Don’t get me wrong, I enjoy Spider-Gwen for the most part and have reviewed all of the books, as they’ve been released. She is a better example of Marvel taking a character of the opposite sex and pushing her into a role that was originally a male’s. But since I have always adored Gwen Stacy, I thought the idea of her having powers was badass. Plus, the art and her costume design was incredible.

Gwenpool, on the other hand, and let’s be honest, looks hokey and cheesy and like it’s more of a manga than an American comic book. While I like some manga, I’ve never been a massive fan of the style. But it works here because it truly fits the tone of what Gwenpool is.

Point blank, this is one of the funniest comics I have ever read. Marvel’s humor in the modern era just doesn’t work for me, as it is full of Millennial dialogue, randomness and absurdity. Maybe being a Gen-Xer means that I’m now in an older demographic than the people that comics are written for but from what I can tell, most comics are still sold to Gen-Xers. And maybe this is why these Millennial styled books sit on shelves and most people don’t want them.

Gwenpool sets itself apart in that it is goofy but it really feels like it’s taking its stylistic and narrative cues from the manga style its art seems to be an homage to.

Sillyness aside, this is a well written story arc for any genre. I love that the origin of the character is just dismissed and this thing just gets going. What we do know is that Gwen Poole is from the real world, like our real world. She knows everything about everyone in the Marvel universe, as she is an avid comic book fan from our reality.

This story sees her forced into working for the villain M.O.D.O.K. She also has run-ins with other famous Marvel characters: Doctor Strange, the modern female Thor, the modern Ms. Marvel, Black Cat and Howard the Duck. She also receives some combat training from the villain Batroc.

This was just an enjoyable and a refreshing experience and I shouldn’t have slept on it. But now that I’ve given it an honest chance, I’m certainly going to pick up volume 2 at some point.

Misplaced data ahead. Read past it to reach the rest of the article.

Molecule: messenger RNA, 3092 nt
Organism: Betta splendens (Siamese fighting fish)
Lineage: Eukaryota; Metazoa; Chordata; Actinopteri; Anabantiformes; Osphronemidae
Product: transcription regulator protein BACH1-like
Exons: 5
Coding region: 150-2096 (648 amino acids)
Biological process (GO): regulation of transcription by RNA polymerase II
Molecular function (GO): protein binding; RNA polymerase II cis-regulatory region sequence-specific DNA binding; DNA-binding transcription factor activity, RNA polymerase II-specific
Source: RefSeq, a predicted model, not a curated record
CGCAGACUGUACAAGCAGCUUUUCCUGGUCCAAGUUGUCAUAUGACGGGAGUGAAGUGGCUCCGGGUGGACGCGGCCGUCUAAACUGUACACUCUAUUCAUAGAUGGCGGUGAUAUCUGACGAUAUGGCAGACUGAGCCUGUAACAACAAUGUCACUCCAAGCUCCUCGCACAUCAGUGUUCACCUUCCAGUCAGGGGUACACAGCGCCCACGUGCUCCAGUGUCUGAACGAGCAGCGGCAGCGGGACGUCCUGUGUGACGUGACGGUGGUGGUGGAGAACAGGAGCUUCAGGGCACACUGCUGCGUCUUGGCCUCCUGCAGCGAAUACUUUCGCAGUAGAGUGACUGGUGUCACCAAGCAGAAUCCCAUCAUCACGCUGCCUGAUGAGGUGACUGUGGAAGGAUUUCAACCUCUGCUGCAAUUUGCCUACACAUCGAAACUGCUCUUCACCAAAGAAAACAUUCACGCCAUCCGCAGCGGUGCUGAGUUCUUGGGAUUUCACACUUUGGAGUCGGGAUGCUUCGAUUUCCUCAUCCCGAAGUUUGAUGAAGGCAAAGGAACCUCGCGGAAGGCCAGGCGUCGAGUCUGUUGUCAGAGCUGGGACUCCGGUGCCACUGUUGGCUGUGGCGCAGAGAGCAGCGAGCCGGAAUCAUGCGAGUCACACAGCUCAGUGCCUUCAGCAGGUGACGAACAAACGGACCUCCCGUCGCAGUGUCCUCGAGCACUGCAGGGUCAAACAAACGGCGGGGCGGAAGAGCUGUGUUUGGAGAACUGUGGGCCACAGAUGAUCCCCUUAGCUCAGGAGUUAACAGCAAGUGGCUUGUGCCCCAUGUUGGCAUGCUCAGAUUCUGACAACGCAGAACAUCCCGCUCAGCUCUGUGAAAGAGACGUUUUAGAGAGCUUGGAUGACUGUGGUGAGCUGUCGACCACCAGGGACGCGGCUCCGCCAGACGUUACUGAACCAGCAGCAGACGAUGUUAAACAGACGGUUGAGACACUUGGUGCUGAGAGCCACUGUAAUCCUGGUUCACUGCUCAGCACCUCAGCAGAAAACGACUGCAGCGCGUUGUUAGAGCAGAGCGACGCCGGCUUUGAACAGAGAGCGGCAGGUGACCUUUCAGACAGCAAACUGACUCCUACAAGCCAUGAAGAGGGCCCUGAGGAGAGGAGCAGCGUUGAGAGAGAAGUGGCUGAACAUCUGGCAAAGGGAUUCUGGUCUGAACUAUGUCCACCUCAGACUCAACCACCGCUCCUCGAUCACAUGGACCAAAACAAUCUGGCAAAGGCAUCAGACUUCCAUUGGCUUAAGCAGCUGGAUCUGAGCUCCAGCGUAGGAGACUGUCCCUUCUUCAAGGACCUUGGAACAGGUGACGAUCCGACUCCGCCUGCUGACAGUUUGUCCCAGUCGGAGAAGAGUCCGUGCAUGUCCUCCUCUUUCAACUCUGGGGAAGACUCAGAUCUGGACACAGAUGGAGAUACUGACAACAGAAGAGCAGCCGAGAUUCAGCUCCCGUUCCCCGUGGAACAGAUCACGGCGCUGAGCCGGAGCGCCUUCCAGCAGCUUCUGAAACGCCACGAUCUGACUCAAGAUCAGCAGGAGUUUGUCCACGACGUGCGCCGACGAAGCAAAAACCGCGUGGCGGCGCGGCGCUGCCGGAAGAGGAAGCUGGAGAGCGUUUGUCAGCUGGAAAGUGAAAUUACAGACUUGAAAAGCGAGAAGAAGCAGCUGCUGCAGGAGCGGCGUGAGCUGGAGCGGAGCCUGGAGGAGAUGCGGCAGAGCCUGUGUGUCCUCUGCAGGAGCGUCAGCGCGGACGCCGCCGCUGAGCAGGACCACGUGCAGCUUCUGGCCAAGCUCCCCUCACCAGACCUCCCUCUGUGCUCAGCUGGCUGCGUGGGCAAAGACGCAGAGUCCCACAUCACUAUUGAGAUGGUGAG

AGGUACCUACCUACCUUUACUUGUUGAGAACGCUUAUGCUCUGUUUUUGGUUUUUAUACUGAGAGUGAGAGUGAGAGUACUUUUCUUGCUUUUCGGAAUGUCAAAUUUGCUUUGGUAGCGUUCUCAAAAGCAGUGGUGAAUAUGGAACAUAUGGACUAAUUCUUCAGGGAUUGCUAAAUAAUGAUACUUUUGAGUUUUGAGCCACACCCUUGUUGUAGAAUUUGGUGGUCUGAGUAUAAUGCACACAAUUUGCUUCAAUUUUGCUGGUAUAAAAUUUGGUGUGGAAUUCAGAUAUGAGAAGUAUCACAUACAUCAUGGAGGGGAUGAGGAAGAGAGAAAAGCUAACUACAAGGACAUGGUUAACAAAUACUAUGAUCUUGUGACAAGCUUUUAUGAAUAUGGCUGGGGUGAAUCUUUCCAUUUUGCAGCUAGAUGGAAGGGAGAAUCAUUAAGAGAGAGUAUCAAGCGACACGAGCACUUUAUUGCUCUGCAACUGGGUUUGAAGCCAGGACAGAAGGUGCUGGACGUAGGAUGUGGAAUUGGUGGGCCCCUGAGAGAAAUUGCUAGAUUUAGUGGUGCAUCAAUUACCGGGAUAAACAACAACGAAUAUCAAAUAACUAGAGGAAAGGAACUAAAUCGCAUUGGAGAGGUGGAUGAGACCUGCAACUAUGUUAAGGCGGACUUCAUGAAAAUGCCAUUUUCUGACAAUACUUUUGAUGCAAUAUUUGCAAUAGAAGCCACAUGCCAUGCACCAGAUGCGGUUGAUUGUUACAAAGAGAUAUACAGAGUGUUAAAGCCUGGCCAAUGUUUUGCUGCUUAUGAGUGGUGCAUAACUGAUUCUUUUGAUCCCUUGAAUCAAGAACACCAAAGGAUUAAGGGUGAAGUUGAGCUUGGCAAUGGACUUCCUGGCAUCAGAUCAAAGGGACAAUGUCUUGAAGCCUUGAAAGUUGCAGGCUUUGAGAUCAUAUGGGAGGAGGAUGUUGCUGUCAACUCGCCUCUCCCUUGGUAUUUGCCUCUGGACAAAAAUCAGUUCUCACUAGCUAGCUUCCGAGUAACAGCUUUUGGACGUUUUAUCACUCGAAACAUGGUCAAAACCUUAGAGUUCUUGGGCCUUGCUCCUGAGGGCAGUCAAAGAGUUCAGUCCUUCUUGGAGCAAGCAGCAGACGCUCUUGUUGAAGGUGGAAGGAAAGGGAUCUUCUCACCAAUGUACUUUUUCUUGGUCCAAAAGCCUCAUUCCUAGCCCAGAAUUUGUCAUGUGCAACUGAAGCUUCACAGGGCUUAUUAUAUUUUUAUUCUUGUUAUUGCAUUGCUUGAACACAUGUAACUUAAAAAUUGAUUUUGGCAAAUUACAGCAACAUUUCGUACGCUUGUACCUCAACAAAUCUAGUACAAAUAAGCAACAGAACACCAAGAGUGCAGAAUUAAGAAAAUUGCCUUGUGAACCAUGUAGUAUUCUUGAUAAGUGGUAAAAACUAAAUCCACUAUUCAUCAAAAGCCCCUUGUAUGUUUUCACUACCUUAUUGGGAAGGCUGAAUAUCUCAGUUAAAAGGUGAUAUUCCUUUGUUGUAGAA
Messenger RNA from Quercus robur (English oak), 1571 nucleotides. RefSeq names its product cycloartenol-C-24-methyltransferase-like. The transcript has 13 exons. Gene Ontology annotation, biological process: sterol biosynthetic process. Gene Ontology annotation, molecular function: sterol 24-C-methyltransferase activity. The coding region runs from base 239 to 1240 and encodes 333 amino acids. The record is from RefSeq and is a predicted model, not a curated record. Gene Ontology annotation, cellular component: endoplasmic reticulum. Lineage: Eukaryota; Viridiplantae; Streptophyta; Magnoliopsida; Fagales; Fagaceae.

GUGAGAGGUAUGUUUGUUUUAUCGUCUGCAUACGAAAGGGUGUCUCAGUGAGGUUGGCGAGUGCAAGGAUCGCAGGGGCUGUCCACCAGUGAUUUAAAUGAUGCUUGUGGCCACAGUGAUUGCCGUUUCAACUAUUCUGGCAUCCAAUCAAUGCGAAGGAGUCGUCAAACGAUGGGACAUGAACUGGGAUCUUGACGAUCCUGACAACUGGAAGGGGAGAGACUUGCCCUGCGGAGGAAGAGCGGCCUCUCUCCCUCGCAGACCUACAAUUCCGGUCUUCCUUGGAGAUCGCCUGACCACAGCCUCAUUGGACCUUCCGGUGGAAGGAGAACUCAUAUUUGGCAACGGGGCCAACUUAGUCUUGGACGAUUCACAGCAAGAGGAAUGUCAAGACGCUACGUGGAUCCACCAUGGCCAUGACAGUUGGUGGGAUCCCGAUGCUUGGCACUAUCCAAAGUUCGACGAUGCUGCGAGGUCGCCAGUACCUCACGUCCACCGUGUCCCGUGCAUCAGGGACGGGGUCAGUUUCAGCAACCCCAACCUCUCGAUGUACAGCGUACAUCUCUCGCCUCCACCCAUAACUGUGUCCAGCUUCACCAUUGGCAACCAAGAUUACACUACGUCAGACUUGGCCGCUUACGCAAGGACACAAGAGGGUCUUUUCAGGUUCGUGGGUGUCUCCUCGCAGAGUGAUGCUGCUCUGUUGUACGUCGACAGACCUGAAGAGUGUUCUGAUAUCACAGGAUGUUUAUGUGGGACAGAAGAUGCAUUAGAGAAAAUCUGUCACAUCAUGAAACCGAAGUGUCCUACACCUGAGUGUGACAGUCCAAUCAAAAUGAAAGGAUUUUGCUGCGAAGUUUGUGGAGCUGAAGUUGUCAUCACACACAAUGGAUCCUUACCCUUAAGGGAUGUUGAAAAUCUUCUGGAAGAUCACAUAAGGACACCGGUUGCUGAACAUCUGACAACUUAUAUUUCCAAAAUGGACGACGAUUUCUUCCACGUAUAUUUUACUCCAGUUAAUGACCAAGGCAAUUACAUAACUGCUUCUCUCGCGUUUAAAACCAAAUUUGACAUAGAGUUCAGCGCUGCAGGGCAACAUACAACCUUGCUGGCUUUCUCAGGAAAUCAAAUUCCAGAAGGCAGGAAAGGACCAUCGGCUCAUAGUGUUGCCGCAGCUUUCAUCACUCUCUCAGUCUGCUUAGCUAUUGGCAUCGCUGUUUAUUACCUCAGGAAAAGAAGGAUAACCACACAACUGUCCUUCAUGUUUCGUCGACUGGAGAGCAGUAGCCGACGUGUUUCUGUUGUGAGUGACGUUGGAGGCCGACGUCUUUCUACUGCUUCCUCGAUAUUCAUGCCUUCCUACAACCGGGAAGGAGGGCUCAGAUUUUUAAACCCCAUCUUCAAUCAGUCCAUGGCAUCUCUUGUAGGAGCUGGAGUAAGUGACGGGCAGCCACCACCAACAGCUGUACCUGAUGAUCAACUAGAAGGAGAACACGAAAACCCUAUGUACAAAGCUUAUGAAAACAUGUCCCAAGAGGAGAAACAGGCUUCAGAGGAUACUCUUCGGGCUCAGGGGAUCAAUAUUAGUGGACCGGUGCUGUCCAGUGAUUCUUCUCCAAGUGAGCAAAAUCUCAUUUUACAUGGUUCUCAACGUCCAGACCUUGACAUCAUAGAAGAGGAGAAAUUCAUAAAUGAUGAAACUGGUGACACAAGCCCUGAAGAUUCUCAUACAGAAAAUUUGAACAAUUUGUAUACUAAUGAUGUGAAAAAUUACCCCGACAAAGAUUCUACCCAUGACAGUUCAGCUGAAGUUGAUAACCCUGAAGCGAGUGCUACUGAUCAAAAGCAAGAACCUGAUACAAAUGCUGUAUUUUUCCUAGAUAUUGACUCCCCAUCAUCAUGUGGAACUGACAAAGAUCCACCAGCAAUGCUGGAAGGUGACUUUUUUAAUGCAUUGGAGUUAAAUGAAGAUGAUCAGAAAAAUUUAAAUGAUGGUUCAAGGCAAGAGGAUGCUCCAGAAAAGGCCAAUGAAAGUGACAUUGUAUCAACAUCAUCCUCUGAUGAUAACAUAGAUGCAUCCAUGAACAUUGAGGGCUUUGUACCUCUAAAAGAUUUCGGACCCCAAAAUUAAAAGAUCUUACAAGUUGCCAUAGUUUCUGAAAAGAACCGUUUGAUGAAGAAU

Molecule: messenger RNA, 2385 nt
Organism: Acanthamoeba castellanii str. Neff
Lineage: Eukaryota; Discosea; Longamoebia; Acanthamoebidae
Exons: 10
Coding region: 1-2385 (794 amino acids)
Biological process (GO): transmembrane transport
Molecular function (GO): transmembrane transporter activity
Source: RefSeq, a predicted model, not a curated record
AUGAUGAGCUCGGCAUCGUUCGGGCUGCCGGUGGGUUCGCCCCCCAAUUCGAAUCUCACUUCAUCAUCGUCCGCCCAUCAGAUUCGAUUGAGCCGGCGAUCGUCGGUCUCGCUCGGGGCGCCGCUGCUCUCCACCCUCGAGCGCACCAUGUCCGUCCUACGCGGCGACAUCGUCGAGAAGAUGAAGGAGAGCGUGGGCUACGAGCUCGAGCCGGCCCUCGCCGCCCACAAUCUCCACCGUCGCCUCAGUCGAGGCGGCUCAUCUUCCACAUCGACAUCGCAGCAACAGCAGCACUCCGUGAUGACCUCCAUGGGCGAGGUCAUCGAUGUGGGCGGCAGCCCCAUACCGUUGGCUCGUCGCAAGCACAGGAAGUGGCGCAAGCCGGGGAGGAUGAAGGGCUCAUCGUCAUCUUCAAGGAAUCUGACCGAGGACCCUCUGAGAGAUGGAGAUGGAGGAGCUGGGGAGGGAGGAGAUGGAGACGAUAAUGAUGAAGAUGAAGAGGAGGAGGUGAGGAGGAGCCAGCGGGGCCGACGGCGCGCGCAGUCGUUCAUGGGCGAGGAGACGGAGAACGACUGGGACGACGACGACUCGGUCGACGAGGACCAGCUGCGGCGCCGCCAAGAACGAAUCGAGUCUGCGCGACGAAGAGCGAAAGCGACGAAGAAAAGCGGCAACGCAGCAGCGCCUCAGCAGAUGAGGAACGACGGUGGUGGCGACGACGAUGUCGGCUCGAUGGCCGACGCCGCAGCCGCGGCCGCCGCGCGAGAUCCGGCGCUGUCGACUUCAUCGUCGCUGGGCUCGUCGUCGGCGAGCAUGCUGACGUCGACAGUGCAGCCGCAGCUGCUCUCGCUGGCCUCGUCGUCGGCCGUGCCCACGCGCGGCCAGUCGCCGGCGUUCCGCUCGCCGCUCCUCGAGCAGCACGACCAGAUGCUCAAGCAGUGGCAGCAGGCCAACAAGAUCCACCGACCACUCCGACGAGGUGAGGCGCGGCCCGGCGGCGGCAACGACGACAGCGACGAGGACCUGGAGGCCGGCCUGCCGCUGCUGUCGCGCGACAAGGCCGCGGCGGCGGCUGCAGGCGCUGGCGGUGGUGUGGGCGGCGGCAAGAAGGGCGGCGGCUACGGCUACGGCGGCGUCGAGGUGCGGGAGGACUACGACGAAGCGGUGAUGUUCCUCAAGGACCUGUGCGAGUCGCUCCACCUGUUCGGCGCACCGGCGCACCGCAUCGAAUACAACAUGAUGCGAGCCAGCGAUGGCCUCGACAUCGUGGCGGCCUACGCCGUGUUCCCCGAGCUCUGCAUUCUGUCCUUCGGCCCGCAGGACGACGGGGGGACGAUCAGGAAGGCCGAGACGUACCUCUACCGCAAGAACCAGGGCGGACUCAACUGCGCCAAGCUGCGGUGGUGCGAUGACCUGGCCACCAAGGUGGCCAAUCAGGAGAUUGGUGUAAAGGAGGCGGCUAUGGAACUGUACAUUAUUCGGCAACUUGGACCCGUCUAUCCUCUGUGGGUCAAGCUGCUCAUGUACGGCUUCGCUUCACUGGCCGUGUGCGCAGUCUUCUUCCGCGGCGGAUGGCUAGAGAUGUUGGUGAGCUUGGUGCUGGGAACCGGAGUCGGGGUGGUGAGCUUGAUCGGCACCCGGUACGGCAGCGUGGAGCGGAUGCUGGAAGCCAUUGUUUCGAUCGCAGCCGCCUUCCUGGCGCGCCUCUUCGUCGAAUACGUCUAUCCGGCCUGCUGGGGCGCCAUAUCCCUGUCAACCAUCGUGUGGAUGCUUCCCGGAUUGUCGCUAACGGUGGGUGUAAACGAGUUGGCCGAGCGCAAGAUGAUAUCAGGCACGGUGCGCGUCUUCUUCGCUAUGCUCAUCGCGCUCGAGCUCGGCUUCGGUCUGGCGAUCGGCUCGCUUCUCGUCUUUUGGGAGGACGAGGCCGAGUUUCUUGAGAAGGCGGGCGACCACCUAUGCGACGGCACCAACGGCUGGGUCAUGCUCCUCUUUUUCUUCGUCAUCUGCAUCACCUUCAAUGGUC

Rating: 7.5/10
Pairs well with: Other Gwenpool releases and Spider-Gwen for some obvious similarities.

Comic Review: Infinity

Published: February 5th, 2014
Written by: Jonathan Hickman
Art by: various

Marvel Comics, 866 Pages

Review:

Since new ideas are hard to come by, Marvel decided to sort of rehash the Infinity events from the ’90s in this modern version of a story that features Thanos and every single Marvel hero that can possibly fit on a splash page.

I’m not knocking the technique, if a story is good, it’s good. All stories borrow from something else and Marvel (just like DC) likes to recycle the core elements of their big crossover events, again and again. Marvel has had two Civil War storylines, Avengers Vs. X-Men, which was practically like Civil War, and multiple versions of Secret War. Then there are massive Skrull events that seem to have happened an awful lot too.

I guess the main similarity between this and the ’90s Infinity events is that it features dozens upon dozens of Marvel heroes against a seemingly omnipotent Thanos. However, Thanos’ purpose is different here and there is no sign of the Infinity Gauntlet. In this story, he comes to Earth to find his long lost son Thane. Why? Because Thanos wants to murder him, as he’s done with his other offspring.

I read the large collected edition of this, which was well over 800 pages. It was massive and thick and took some time to get through. At first, it started slow and I felt like I didn’t know what was going on because I haven’t read a lot of modern Marvel stuff and there are all of these new heroes I’ve never experienced. Don’t worry, this still has every classic hero in it too. Every major player is here, as should be expected with an event like this.

Reading this, I can see where it also influenced the recent Avengers: Infinity War movie, as it has the introduction of the Black Order, who played a big part in that film.

The story also deals with a threat from the Builders, who basically want to destroy the universe because villains do those sort of things in comic books.

There are a lot of layers to the story and it can feel overwhelming and overly complicated but the core of it is very good. This event had some really awesome and powerful moments and also featured some of the most badass stuff Thor has ever done.

It also gave us Thane, a character that is more dangerous than his famous father and who looks to be a massive threat for the heroes after the conclusion of this story.

I thought the pacing was good, once the story really got going. The six Infinity issues were certainly the high point of the story where the Avengers and New Avengers issues that were part of this collection served to give more exposition to the larger narrative.

This massive collected edition is capped off by a Silver Surfer story that takes place alongside these events. The Surfer didn’t appear in the main story but he had his own tale that was worth telling, as he was on the other side of the galaxy dealing with the same events in a different way.

And I guess another really important thing about this mega event is that the art was fabulous. I loved it, every panel, every page and every issue of every comic series collected here was visual perfection. Kudos to the artists: Jim Cheung, Jerome Opena and Dustin Weaver.

Rating: 8.75/10
Pairs well with: The ’90s Infinity trilogy of events: The Infinity GauntletThe Infinity War and The Infinity Crusade.